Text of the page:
Similar to the questions we received regarding billing for outpatient therapy, DSMT, and MNT services in hospitals, in context of the end of the PHE, we have also received a number of inquiries from interested parties regarding the expiration of this policy as it relates to other facilities. We recognize that therapists and many of the other practitioners who provide these services remain on the list of distant site practitioners for Medicare telehealth services. PT, OT, SLP, DSMT, MNT providers should continue to bill for these telehealth services under the Medicare Physician Fee Schedule when furnished remotely in the same way they have been during the PHE.
Accordingly, outpatient therapy, DSMT, and MNT services furnished remotely by institutional providers of therapy services such as rehabilitation agencies and comprehensive outpatient rehabilitation facilities, not including those that are receiving payment under any Part A payment systems (home health agencies (HHAs) and skilled nursing facilities (SNFs), should continue to be furnished and billed the same way they have been during the PHE, which can include the use of telecommunications technology and when billed on institutional claims forms.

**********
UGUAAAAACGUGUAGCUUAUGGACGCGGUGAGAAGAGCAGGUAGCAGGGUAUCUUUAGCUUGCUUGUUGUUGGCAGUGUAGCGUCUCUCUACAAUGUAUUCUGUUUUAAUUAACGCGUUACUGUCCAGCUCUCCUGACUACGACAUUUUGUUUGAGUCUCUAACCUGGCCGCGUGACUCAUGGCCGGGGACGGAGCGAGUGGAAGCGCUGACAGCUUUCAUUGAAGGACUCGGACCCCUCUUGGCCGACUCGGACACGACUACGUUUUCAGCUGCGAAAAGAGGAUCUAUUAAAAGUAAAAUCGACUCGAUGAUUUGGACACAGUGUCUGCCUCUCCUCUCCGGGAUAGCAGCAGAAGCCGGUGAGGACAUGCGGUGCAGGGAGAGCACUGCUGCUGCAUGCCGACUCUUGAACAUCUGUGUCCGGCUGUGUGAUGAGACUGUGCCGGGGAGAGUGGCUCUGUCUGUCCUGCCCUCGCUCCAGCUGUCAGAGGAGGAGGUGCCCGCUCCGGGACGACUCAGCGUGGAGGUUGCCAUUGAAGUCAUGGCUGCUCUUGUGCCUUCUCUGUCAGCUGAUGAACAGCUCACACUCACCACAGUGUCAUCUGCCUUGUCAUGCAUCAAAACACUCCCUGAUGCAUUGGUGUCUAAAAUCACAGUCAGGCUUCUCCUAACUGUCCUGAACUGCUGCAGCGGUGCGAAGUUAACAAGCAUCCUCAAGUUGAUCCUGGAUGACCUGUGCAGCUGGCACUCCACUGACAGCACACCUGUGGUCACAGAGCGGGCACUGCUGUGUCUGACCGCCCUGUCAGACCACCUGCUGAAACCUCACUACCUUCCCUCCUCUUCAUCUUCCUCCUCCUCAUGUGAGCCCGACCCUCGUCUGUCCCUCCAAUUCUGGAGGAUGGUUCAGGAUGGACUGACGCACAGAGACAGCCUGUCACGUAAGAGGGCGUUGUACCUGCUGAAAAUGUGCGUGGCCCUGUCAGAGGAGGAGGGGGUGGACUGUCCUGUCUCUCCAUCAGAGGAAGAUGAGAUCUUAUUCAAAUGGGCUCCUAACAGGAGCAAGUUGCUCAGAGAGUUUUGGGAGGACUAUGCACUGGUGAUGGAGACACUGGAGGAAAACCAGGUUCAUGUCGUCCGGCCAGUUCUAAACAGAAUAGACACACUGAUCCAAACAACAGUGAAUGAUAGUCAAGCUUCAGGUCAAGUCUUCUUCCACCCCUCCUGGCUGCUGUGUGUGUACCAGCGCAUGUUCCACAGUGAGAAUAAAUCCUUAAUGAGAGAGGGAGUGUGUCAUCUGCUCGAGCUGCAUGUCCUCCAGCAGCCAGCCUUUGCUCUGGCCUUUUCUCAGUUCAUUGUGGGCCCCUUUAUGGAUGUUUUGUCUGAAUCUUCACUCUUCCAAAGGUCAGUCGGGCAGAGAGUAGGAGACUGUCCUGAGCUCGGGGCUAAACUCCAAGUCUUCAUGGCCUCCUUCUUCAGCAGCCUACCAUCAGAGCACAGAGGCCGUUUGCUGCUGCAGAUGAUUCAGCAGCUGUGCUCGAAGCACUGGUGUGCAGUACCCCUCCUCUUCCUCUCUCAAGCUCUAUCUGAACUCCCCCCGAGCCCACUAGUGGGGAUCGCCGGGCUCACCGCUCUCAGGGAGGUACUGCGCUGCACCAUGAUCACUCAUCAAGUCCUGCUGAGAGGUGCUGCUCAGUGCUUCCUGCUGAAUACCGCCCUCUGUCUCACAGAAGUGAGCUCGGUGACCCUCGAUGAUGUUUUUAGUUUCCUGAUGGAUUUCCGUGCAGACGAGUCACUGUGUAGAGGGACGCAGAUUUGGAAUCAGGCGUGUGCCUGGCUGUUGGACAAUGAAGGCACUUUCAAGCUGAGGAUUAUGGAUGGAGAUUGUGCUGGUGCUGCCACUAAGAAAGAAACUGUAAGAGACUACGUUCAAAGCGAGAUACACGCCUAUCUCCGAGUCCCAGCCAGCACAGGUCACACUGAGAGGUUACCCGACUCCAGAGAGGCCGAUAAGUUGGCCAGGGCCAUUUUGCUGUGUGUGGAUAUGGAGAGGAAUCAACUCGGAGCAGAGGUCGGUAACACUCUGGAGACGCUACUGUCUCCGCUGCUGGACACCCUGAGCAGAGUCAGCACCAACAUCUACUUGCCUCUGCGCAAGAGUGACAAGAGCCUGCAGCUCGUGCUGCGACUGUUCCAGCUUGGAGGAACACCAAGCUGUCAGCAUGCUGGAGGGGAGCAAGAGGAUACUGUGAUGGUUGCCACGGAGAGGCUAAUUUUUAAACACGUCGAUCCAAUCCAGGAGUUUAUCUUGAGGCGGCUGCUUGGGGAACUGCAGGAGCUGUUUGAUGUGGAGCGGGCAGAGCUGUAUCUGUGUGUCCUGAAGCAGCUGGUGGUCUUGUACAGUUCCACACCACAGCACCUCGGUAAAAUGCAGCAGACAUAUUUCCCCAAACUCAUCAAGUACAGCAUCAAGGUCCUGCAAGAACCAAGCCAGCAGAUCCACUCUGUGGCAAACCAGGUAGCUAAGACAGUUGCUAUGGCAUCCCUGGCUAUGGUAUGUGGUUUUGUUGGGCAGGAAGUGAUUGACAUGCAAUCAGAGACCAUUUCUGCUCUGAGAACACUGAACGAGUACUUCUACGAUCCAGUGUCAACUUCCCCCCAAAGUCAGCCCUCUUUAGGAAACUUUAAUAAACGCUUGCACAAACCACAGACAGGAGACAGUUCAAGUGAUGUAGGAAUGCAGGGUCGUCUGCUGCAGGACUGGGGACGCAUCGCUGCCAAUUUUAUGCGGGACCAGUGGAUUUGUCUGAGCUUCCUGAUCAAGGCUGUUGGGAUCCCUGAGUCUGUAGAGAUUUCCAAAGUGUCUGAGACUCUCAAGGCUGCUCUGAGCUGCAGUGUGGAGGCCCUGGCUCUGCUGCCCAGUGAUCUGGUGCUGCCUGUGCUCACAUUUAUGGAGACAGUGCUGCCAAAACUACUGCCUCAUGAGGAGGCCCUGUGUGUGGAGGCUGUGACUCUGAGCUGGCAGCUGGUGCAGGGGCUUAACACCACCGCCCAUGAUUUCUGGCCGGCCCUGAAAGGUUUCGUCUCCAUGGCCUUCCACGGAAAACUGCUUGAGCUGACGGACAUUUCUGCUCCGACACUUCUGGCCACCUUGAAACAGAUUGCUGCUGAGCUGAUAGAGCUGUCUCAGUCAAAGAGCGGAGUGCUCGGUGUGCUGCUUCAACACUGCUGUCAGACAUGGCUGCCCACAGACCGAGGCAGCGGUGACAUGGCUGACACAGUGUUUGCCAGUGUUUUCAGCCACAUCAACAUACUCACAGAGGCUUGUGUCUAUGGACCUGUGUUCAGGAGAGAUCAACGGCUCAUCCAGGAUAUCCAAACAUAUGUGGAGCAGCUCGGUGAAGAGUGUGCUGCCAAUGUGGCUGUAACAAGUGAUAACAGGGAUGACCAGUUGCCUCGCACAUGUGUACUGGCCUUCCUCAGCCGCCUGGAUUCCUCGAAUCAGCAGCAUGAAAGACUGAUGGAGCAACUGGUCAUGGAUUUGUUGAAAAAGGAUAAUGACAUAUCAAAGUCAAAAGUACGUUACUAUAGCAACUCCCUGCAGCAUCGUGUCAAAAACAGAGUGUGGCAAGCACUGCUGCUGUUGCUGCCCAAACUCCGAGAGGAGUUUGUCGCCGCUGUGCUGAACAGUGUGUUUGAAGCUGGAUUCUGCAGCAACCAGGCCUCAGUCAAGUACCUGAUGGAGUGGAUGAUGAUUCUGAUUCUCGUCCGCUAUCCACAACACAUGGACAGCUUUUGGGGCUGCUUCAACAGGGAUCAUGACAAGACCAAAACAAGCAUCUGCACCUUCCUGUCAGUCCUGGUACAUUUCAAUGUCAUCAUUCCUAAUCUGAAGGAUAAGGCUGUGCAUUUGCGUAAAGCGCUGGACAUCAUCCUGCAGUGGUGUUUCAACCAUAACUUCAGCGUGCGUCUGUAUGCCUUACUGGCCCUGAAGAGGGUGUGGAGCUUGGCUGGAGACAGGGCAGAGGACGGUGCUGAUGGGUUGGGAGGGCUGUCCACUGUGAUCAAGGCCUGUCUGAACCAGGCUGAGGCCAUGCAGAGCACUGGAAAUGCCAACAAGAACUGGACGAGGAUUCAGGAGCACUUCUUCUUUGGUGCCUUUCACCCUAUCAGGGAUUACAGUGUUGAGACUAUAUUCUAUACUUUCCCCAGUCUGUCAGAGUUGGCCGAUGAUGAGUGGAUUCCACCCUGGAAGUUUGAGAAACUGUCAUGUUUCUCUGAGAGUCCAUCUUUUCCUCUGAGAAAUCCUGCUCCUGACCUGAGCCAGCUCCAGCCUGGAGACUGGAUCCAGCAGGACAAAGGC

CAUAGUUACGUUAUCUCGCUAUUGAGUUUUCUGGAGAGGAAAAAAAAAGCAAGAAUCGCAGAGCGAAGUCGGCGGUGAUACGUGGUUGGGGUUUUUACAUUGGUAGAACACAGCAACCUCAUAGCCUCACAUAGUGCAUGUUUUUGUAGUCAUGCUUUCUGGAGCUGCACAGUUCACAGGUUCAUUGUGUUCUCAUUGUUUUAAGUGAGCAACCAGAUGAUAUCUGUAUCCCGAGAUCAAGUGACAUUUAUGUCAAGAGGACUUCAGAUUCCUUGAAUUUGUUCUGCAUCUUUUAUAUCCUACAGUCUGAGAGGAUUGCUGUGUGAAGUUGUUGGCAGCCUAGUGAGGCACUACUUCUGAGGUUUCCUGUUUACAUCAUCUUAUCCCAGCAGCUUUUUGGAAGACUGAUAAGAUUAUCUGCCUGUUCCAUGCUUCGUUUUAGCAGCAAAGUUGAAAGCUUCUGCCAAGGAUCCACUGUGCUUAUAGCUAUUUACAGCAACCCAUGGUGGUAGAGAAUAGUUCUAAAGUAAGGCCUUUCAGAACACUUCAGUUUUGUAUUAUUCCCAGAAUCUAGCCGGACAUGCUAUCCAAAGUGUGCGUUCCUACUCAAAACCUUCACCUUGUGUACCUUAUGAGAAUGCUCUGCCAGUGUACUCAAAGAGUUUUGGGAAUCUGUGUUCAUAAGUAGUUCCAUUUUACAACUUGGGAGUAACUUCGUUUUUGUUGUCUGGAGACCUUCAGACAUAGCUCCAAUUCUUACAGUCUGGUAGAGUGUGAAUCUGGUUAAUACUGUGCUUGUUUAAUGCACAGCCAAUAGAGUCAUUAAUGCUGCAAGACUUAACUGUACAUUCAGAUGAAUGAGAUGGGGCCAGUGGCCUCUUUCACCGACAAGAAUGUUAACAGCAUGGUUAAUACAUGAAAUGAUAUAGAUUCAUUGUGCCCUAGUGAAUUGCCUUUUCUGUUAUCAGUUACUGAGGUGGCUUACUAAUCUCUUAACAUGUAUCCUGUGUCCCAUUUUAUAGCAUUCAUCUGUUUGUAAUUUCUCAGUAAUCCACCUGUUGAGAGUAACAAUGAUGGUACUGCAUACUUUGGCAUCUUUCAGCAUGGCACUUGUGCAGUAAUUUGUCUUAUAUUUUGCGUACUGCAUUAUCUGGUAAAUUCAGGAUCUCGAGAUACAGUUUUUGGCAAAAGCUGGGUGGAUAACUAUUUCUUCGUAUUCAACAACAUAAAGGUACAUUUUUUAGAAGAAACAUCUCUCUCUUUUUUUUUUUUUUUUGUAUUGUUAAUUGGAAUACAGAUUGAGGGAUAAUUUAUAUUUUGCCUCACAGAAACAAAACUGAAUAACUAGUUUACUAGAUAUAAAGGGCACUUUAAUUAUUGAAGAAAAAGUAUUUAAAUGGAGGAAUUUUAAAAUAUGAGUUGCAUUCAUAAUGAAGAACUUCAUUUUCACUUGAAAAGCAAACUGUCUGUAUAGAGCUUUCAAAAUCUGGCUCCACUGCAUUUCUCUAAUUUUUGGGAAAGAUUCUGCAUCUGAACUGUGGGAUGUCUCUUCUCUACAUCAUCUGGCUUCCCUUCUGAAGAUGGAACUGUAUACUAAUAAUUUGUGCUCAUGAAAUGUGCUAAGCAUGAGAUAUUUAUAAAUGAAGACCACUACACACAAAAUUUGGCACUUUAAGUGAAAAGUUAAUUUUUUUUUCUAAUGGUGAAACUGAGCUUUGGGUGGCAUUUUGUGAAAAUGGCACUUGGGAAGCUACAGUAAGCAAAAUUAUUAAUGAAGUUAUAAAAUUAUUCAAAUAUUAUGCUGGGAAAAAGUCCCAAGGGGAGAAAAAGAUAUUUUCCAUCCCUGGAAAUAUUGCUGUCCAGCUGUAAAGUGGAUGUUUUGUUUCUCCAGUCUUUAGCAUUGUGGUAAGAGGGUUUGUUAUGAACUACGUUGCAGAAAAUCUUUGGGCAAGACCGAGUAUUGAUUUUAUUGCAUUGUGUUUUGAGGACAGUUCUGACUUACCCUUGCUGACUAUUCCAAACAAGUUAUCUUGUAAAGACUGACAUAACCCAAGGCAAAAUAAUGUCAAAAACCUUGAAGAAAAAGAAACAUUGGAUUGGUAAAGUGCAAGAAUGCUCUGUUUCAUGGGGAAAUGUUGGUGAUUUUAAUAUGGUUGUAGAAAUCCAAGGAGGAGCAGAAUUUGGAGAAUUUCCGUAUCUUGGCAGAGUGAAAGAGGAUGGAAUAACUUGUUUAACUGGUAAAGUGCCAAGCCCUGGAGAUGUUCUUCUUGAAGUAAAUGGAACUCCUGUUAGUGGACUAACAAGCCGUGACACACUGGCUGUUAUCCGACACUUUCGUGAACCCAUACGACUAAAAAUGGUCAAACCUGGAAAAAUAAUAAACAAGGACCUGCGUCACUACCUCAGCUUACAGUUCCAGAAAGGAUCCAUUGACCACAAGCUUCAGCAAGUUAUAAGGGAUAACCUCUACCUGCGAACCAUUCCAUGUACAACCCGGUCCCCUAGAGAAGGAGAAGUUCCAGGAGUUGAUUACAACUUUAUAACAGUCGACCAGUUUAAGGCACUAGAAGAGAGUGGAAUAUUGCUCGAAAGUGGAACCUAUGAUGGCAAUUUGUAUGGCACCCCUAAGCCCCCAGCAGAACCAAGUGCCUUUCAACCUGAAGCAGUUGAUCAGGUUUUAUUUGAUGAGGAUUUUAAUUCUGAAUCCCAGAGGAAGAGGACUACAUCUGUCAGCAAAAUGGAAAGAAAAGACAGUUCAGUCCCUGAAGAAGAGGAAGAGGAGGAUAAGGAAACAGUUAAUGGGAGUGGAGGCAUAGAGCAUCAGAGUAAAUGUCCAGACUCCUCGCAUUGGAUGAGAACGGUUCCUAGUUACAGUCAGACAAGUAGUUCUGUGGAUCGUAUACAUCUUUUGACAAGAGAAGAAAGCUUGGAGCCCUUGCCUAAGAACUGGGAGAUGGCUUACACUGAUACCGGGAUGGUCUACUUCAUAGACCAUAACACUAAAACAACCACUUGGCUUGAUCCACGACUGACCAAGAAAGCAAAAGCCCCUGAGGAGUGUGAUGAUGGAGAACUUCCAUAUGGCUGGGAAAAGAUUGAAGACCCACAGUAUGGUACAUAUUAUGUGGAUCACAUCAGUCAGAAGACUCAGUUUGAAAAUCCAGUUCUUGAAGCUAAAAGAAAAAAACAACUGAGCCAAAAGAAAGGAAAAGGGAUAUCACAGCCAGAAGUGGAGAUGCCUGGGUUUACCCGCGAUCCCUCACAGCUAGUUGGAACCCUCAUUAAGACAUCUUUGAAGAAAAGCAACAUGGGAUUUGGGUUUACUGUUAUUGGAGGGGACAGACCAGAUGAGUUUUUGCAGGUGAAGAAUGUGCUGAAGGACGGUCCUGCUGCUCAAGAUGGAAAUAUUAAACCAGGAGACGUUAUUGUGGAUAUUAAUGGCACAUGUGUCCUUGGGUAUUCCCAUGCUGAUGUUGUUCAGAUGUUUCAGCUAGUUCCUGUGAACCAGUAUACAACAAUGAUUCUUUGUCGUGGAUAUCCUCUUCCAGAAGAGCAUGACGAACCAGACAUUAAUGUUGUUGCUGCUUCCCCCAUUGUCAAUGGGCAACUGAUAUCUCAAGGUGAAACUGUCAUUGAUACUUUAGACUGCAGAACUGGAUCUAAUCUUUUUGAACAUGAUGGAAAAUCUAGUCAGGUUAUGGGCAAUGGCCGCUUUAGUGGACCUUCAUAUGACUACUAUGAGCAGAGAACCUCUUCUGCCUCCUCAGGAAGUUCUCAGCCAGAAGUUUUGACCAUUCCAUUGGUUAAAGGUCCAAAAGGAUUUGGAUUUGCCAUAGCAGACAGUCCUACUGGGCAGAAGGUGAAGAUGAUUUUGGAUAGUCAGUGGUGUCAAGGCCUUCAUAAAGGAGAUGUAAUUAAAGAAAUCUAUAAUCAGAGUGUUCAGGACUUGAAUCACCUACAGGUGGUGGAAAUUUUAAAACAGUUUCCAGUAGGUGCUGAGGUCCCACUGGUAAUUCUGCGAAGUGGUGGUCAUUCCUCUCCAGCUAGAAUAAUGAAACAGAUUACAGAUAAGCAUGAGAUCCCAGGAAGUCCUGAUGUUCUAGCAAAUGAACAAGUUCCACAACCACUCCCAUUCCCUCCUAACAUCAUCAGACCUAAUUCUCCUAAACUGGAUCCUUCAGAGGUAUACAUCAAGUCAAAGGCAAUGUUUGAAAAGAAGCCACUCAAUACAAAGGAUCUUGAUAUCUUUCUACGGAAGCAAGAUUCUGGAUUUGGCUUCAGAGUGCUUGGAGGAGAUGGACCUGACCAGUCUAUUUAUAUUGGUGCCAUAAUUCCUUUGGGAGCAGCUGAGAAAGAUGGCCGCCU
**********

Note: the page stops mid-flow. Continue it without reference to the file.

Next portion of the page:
What about home health?
For HHAs, all services within a 30-day period of care are part of a bundled prospective payment. As was the case during the PHE, while CMS allows services to be furnished via a telecommunications system so long as the services are included in a beneficiary’s plan of care, these services cannot be considered a “visit” for purposes of patient eligibility or payment per Medicare law, nor can they substitute for a home visit as ordered on the plan of care. Medicare is requiring HHAs to report the use of telecommunications technology in providing home health services on home health payment claims on July 1, 2023, and HHAs may voluntarily report this information until that time.